•Understand God’s role in healing. Find strength in knowing that God is your most powerful ally in helping children heal. It’s important to understand the role God plays in healing. Call upon the power of the Great Healer as he has ministered to you. One of the best ways to help children trust God again is in being a good role model by

*demonstrating your trust in God despite the trauma; *reminding children that God was in their lives before the trauma and will always be there; *seeing God at work in your life; and *being “real” and expressing feelings about God appropriately, which will enable children to express their feelings.

•Get involved with kids. Lead children through activities that help them express and work through their feelings about God. These activities focus on prayer and Scripture, which are essential for healing.


If children are angry with God, encourage them to see themselves at a different age, perhaps before the trauma. Tell them to picture themselves in a safe place. Have them picture Jesus and then invite him to heal them and help them with their pain.


Have children use art forms to express their feelings. Connect children’s feelings about God and the trauma to Bible stories. Give children pictures of Bible stories where Jesus healed people. Ask children to draw themselves into the “picture.” Have them draw a picture of what this Bible story would look like today.

Ask them how God fits into their pictures.

Also, have children draw a series of pictures about the trauma. Have them draw three pictures-one about what their lives were like before the trauma, one about the trauma, and another one about their lives in the future.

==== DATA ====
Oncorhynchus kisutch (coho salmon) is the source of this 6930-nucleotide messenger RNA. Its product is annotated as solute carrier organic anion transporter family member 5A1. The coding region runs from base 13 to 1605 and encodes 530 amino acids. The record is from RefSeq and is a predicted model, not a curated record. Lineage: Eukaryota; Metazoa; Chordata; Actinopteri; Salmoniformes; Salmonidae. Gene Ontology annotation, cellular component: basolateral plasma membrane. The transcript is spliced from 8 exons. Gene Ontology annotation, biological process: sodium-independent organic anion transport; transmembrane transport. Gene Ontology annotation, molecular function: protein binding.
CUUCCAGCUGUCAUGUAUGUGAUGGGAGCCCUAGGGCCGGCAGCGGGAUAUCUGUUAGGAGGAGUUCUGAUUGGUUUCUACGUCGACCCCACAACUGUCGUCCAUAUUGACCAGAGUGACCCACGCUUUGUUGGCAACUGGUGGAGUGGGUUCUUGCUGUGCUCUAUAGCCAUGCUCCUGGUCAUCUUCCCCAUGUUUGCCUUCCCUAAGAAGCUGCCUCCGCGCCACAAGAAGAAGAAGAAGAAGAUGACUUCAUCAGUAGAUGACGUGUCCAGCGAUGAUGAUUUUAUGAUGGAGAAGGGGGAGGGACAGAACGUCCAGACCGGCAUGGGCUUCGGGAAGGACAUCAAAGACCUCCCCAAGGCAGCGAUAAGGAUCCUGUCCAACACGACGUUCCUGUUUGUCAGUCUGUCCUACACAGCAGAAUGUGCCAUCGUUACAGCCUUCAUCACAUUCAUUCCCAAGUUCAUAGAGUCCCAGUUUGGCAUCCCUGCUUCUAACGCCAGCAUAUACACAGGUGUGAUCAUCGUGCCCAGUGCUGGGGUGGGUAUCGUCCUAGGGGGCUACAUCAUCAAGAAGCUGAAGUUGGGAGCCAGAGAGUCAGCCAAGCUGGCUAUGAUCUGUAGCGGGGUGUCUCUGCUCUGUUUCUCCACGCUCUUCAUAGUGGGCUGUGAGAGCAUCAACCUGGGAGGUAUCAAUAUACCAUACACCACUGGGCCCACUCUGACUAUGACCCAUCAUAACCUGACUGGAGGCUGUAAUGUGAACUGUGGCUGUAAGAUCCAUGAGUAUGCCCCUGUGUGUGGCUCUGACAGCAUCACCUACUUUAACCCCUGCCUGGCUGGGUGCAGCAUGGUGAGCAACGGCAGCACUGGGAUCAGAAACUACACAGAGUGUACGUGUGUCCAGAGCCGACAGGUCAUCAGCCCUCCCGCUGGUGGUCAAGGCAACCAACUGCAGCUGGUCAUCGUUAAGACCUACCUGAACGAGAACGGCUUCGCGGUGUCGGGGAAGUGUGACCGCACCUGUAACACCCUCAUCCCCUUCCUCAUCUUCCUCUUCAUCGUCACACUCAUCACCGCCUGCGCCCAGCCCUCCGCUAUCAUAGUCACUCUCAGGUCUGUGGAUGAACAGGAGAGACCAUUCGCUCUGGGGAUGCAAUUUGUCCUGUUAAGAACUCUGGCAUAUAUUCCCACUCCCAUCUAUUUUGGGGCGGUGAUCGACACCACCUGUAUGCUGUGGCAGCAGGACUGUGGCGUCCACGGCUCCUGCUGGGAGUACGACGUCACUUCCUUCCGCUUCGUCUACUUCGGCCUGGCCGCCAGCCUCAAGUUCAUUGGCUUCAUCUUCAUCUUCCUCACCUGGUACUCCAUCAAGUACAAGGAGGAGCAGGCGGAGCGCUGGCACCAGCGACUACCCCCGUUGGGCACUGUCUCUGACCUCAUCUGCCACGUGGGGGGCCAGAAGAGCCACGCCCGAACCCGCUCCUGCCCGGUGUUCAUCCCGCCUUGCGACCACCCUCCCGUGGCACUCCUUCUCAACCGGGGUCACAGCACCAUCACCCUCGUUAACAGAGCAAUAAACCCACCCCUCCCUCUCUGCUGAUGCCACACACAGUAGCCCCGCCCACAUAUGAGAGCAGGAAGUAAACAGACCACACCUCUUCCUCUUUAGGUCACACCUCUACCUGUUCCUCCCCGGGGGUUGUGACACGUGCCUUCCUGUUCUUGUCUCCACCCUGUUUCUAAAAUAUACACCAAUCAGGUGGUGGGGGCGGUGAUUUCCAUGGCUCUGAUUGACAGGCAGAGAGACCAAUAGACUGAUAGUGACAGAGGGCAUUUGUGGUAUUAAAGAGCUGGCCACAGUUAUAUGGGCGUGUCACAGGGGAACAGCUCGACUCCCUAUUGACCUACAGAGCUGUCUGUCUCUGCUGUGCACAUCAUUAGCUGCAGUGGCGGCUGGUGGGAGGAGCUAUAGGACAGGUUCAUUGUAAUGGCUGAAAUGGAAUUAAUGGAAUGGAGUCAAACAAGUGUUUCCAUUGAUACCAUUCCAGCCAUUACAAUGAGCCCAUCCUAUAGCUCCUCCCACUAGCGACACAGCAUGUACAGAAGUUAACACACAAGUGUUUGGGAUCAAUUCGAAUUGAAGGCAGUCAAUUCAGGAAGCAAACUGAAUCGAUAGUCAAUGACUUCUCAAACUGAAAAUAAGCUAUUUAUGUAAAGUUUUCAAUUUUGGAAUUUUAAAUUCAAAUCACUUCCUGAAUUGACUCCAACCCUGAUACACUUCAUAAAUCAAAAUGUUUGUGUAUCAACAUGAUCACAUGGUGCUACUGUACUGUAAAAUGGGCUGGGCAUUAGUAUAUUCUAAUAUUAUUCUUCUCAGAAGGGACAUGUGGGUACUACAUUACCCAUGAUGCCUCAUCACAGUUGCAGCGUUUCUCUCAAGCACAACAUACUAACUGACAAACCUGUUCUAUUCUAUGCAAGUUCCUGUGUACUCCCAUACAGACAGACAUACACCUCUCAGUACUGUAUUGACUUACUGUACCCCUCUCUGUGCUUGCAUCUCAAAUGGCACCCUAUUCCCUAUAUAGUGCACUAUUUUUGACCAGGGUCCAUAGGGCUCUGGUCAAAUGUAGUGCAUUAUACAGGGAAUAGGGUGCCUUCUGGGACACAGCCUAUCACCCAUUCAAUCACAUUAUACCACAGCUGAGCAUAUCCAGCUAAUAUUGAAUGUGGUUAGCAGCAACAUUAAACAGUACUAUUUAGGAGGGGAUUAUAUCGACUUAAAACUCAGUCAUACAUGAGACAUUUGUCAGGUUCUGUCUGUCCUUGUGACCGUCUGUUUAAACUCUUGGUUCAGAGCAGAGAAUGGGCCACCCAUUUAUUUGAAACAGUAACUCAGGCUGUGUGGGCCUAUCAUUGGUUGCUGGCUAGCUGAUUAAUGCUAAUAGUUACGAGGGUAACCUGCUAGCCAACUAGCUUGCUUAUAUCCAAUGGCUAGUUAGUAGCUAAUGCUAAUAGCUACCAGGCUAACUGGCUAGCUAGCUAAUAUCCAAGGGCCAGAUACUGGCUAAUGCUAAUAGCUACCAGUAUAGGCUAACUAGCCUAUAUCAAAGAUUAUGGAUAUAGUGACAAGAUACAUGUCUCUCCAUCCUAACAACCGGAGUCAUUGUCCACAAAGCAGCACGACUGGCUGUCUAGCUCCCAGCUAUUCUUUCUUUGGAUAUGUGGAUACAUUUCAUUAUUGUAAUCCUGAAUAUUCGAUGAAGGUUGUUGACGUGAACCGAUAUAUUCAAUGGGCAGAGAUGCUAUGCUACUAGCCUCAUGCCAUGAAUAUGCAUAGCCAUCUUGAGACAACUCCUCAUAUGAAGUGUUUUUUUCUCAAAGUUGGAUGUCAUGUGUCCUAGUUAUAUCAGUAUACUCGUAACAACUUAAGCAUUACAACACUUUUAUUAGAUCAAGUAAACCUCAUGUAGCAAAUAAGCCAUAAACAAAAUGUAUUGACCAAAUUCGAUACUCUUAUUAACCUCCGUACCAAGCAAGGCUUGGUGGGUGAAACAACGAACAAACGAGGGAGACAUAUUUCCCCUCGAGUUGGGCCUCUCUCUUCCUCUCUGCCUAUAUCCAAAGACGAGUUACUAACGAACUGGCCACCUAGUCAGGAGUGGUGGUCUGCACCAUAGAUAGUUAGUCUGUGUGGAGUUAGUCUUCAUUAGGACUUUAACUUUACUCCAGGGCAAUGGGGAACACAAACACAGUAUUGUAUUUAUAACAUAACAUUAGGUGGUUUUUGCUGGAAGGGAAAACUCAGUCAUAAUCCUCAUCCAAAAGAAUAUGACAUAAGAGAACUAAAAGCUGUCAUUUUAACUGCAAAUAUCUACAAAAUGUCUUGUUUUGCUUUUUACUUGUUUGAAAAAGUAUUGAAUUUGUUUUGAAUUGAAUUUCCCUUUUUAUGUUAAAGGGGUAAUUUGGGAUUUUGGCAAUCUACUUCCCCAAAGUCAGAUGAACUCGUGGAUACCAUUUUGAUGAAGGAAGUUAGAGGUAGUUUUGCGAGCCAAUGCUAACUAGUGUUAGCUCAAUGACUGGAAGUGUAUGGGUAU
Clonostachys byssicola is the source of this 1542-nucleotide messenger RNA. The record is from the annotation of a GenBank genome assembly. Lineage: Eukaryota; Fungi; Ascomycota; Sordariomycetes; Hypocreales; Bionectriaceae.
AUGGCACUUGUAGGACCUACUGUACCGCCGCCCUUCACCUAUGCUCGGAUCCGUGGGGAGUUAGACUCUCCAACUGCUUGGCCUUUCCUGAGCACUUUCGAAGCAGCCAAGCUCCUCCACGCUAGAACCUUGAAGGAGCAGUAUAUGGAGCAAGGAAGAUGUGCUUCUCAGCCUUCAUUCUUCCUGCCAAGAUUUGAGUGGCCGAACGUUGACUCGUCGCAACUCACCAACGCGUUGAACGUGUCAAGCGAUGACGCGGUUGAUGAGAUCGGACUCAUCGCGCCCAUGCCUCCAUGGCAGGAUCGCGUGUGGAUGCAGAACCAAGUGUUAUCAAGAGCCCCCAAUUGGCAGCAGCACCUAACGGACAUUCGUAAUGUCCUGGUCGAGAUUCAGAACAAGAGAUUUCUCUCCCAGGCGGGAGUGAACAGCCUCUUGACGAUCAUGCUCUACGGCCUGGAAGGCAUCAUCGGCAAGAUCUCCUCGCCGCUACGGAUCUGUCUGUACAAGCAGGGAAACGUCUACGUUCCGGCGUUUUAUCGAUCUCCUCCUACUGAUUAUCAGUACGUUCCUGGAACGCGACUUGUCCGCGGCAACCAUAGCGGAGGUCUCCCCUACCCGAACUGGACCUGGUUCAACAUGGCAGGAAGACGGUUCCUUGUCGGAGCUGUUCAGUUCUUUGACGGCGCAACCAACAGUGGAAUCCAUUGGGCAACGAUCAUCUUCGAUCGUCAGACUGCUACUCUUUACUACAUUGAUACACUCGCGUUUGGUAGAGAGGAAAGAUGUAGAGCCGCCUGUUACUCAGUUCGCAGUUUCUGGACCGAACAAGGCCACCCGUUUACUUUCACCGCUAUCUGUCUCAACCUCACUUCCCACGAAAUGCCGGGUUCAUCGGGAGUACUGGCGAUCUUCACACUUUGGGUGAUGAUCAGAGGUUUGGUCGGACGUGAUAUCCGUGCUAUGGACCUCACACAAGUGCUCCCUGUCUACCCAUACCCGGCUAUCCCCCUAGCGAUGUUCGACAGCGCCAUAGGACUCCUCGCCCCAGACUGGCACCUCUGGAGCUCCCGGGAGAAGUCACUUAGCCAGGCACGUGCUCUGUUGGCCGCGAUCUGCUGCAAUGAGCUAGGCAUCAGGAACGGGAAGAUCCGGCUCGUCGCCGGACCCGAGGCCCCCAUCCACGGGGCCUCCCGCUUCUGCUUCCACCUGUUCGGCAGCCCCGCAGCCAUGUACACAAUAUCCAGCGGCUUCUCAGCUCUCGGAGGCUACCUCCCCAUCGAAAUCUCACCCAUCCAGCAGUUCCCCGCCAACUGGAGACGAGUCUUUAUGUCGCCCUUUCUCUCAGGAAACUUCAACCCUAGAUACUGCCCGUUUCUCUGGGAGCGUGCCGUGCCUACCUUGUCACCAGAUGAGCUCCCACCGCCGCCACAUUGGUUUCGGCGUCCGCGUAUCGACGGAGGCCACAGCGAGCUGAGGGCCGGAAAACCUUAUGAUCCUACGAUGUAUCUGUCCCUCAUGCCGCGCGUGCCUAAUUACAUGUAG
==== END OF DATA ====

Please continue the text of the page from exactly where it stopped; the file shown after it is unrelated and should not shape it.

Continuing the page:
Lead children in discussing how God fits into their pictures. Sensitively interpret the pictures to determine if they might generate new healing activities. For example, if children draw flowers, you might suggest that they take flowers to the cemetery.


Once you walk children through the above activities, have them write about any feelings that surfaced during the activities. Connect small groups of children with an adult. Have children tell what they wrote so they can “let go” of their pain.


If children are having trouble sleeping or are haunted by nightmares, encourage them to use a religious “security blanket” for a while. Taking a visual reminder of God’s presence-such as a Bible or cross-to bed can comfort traumatized children. These symbols provide children with something tangible to re-establish trust in God.

No matter what you do with children, plan for positive closure. However don’t create an emotional experience without knowing what to do with it. If you truly feel underqualified, connect children with other support resources such as teachers or psychologists. Don’t try to duplicate what others are doing; instead, subtly reinforce their efforts.

You can help children find God again by enabling children to express whatever they’re feeling about God and helping them work through those feelings. Your rewards are many. You’ll see children run and play again. You’ll see them grow in God’s light. And you’ll know that you’ve had a hand in their healing process.

Anthony M. Sirianni, a hospital chaplain in New Brunswick, New Jersey, specializes in counseling dying or grieving children.

GRIEVING STAGES As children travel through grief, their faith in God may be impacted in these ways at each stage.

STAGES-REACTIONS TO GOD Shock-God doesn’t exist. Denial-God will take care of things; there’s no need to deal with feelings. Isolation-God is deliberately rejecting me. Anger-I hate God and formal worship. Bargaining-God is angry and punitive; good behavior will result in God making things better. Depression-At the extreme, I want to be with God and stop living to ease my pain. Acceptance-I can deal with and share my feelings about God and start accepting God in my life again.



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When Monsters Are Real